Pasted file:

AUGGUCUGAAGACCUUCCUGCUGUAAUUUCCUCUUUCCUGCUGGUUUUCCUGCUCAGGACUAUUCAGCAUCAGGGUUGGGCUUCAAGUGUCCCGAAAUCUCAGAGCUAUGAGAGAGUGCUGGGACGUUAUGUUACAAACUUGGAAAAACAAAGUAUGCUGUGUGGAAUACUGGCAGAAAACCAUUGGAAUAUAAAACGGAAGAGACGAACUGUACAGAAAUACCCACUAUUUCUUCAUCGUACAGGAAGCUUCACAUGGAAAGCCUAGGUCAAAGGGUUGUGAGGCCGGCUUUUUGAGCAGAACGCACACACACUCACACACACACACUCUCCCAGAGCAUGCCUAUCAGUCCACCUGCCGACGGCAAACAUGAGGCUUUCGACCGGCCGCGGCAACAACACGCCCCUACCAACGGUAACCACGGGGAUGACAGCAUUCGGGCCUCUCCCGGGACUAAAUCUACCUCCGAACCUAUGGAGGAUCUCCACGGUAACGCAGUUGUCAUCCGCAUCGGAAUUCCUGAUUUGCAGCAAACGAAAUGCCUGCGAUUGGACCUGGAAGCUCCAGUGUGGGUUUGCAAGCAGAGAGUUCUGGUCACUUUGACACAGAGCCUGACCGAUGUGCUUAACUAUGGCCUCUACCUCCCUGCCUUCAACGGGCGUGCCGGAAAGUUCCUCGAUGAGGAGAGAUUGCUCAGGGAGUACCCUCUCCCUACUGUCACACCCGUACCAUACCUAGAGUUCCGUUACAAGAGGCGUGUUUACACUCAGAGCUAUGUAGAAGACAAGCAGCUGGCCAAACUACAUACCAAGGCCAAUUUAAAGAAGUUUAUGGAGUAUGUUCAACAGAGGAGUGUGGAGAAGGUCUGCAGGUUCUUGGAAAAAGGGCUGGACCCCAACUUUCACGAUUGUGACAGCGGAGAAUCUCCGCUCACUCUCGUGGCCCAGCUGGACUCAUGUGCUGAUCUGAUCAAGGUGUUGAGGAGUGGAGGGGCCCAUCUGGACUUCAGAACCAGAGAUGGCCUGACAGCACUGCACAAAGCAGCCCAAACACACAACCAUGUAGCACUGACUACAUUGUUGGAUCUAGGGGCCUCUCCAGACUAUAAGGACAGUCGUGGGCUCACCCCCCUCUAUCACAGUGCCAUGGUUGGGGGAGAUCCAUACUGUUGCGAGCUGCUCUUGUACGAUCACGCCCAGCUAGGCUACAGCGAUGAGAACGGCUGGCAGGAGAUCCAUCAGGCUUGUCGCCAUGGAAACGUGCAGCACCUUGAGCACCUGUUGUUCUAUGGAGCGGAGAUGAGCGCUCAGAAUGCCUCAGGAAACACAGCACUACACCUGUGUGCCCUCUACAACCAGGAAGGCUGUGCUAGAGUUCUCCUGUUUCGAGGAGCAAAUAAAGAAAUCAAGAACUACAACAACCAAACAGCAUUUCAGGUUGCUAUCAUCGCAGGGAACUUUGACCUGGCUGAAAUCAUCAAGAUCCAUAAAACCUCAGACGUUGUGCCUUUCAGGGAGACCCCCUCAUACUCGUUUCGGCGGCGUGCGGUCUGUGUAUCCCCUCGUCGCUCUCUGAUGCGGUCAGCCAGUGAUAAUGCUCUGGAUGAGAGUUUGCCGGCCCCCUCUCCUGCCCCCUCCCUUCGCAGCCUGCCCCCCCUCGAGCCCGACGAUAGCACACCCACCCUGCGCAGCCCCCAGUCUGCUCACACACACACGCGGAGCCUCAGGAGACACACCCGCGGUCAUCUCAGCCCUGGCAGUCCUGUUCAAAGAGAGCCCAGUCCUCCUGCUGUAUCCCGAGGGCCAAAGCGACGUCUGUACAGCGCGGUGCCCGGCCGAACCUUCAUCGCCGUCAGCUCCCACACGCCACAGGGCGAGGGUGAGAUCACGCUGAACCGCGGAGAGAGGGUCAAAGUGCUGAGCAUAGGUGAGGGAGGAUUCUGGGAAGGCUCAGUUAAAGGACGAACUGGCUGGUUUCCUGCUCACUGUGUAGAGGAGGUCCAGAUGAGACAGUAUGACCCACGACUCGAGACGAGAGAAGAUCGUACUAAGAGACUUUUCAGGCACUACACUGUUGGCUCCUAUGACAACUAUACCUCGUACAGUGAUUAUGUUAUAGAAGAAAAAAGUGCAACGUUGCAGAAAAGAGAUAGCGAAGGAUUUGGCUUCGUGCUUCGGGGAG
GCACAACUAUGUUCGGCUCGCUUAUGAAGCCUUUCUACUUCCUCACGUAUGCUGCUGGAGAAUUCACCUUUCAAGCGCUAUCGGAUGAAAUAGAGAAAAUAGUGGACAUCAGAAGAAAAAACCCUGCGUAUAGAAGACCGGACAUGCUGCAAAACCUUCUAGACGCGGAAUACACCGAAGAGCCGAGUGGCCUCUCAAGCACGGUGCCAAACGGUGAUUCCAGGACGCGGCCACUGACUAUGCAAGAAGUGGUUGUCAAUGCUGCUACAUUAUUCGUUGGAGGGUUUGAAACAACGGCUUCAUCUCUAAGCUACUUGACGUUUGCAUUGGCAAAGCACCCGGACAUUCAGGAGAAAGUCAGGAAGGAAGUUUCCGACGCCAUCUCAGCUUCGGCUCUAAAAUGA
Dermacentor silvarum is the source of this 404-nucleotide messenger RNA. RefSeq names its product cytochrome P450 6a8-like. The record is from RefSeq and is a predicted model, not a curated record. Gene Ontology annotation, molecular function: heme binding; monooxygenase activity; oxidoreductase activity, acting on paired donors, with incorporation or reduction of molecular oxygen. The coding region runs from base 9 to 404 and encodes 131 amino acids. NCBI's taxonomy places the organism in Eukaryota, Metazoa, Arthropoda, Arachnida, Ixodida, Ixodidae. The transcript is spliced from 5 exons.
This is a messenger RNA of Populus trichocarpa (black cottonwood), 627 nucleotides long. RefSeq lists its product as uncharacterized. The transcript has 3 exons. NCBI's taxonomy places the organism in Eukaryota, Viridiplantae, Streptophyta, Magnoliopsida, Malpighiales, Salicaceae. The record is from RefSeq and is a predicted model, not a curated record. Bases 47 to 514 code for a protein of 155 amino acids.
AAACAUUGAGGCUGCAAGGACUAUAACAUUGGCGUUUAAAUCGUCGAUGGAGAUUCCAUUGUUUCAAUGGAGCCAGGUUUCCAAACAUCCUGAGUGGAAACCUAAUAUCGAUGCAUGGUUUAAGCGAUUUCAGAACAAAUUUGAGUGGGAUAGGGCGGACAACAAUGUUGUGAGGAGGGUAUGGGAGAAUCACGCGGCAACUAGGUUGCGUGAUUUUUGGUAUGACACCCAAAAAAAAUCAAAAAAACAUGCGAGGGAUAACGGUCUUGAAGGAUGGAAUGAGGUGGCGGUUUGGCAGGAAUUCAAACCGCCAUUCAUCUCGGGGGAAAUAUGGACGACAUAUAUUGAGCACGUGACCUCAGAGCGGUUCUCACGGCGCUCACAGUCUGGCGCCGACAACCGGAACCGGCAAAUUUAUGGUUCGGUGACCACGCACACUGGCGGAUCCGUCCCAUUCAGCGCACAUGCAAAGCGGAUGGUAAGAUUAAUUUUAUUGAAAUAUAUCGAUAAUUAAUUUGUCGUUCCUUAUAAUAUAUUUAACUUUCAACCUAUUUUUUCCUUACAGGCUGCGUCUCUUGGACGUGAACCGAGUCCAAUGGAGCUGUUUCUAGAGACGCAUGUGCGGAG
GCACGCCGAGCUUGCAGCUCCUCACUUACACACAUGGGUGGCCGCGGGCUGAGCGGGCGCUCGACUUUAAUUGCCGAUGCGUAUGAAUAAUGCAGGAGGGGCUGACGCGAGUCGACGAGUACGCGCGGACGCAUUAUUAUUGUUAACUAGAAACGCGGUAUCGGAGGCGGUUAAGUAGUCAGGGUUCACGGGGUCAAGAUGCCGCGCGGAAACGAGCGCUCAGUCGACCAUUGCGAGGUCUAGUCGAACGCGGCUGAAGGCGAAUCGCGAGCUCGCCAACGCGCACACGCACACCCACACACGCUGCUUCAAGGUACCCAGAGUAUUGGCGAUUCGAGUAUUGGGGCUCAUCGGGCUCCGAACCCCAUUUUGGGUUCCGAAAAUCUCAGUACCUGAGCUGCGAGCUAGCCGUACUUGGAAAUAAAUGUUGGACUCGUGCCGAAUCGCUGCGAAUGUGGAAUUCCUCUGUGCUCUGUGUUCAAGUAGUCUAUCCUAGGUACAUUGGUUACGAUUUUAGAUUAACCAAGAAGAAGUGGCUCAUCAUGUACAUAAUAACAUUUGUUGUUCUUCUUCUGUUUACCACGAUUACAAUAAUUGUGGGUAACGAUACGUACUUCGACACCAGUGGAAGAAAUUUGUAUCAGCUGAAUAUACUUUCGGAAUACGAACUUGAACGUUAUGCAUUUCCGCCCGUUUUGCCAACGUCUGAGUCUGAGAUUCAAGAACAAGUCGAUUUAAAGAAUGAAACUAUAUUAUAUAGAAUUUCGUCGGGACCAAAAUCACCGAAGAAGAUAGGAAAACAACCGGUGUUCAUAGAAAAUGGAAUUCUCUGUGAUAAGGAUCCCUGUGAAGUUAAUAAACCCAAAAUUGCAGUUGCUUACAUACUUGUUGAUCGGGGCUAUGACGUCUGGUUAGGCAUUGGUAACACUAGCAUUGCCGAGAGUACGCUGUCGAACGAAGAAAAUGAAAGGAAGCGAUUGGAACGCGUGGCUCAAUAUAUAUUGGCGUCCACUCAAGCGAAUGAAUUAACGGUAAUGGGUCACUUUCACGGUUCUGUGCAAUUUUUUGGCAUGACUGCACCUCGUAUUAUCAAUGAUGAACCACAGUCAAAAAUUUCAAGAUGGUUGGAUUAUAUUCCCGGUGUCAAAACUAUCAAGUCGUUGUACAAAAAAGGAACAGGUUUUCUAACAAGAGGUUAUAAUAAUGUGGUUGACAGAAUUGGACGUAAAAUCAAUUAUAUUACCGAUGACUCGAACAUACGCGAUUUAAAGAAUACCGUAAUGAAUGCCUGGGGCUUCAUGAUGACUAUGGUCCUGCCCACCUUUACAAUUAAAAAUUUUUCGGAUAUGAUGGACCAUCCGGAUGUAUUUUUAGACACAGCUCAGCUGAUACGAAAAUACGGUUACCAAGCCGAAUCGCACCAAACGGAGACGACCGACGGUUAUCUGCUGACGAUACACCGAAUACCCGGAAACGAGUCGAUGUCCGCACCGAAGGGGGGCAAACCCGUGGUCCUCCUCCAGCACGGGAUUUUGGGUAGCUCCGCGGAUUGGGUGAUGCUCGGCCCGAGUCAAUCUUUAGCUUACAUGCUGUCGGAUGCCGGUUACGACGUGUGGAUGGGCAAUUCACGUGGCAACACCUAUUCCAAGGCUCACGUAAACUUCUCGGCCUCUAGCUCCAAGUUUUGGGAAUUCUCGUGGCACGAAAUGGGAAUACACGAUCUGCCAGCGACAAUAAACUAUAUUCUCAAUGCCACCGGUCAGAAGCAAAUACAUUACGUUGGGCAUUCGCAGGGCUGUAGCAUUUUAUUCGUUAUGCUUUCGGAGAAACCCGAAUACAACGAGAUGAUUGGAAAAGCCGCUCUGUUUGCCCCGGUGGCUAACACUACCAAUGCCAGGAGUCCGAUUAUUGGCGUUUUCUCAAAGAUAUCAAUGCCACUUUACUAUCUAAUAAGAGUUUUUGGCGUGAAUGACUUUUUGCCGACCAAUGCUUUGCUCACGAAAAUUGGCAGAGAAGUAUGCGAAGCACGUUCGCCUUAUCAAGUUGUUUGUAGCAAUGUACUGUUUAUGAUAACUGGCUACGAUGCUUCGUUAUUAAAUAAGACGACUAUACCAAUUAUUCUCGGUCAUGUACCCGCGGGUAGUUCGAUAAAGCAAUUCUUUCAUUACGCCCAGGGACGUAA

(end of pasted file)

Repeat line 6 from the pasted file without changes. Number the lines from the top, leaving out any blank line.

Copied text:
GCACGCCGAGCUUGCAGCUCCUCACUUACACACAUGGGUGGCCGCGGGCUGAGCGGGCGCUCGACUUUAAUUGCCGAUGCGUAUGAAUAAUGCAGGAGGGGCUGACGCGAGUCGACGAGUACGCGCGGACGCAUUAUUAUUGUUAACUAGAAACGCGGUAUCGGAGGCGGUUAAGUAGUCAGGGUUCACGGGGUCAAGAUGCCGCGCGGAAACGAGCGCUCAGUCGACCAUUGCGAGGUCUAGUCGAACGCGGCUGAAGGCGAAUCGCGAGCUCGCCAACGCGCACACGCACACCCACACACGCUGCUUCAAGGUACCCAGAGUAUUGGCGAUUCGAGUAUUGGGGCUCAUCGGGCUCCGAACCCCAUUUUGGGUUCCGAAAAUCUCAGUACCUGAGCUGCGAGCUAGCCGUACUUGGAAAUAAAUGUUGGACUCGUGCCGAAUCGCUGCGAAUGUGGAAUUCCUCUGUGCUCUGUGUUCAAGUAGUCUAUCCUAGGUACAUUGGUUACGAUUUUAGAUUAACCAAGAAGAAGUGGCUCAUCAUGUACAUAAUAACAUUUGUUGUUCUUCUUCUGUUUACCACGAUUACAAUAAUUGUGGGUAACGAUACGUACUUCGACACCAGUGGAAGAAAUUUGUAUCAGCUGAAUAUACUUUCGGAAUACGAACUUGAACGUUAUGCAUUUCCGCCCGUUUUGCCAACGUCUGAGUCUGAGAUUCAAGAACAAGUCGAUUUAAAGAAUGAAACUAUAUUAUAUAGAAUUUCGUCGGGACCAAAAUCACCGAAGAAGAUAGGAAAACAACCGGUGUUCAUAGAAAAUGGAAUUCUCUGUGAUAAGGAUCCCUGUGAAGUUAAUAAACCCAAAAUUGCAGUUGCUUACAUACUUGUUGAUCGGGGCUAUGACGUCUGGUUAGGCAUUGGUAACACUAGCAUUGCCGAGAGUACGCUGUCGAACGAAGAAAAUGAAAGGAAGCGAUUGGAACGCGUGGCUCAAUAUAUAUUGGCGUCCACUCAAGCGAAUGAAUUAACGGUAAUGGGUCACUUUCACGGUUCUGUGCAAUUUUUUGGCAUGACUGCACCUCGUAUUAUCAAUGAUGAACCACAGUCAAAAAUUUCAAGAUGGUUGGAUUAUAUUCCCGGUGUCAAAACUAUCAAGUCGUUGUACAAAAAAGGAACAGGUUUUCUAACAAGAGGUUAUAAUAAUGUGGUUGACAGAAUUGGACGUAAAAUCAAUUAUAUUACCGAUGACUCGAACAUACGCGAUUUAAAGAAUACCGUAAUGAAUGCCUGGGGCUUCAUGAUGACUAUGGUCCUGCCCACCUUUACAAUUAAAAAUUUUUCGGAUAUGAUGGACCAUCCGGAUGUAUUUUUAGACACAGCUCAGCUGAUACGAAAAUACGGUUACCAAGCCGAAUCGCACCAAACGGAGACGACCGACGGUUAUCUGCUGACGAUACACCGAAUACCCGGAAACGAGUCGAUGUCCGCACCGAAGGGGGGCAAACCCGUGGUCCUCCUCCAGCACGGGAUUUUGGGUAGCUCCGCGGAUUGGGUGAUGCUCGGCCCGAGUCAAUCUUUAGCUUACAUGCUGUCGGAUGCCGGUUACGACGUGUGGAUGGGCAAUUCACGUGGCAACACCUAUUCCAAGGCUCACGUAAACUUCUCGGCCUCUAGCUCCAAGUUUUGGGAAUUCUCGUGGCACGAAAUGGGAAUACACGAUCUGCCAGCGACAAUAAACUAUAUUCUCAAUGCCACCGGUCAGAAGCAAAUACAUUACGUUGGGCAUUCGCAGGGCUGUAGCAUUUUAUUCGUUAUGCUUUCGGAGAAACCCGAAUACAACGAGAUGAUUGGAAAAGCCGCUCUGUUUGCCCCGGUGGCUAACACUACCAAUGCCAGGAGUCCGAUUAUUGGCGUUUUCUCAAAGAUAUCAAUGCCACUUUACUAUCUAAUAAGAGUUUUUGGCGUGAAUGACUUUUUGCCGACCAAUGCUUUGCUCACGAAAAUUGGCAGAGAAGUAUGCGAAGCACGUUCGCCUUAUCAAGUUGUUUGUAGCAAUGUACUGUUUAUGAUAACUGGCUACGAUGCUUCGUUAUUAAAUAAGACGACUAUACCAAUUAUUCUCGGUCAUGUACCCGCGGGUAGUUCGAUAAAGCAAUUCUUUCAUUACGCCCAGGGACGUAA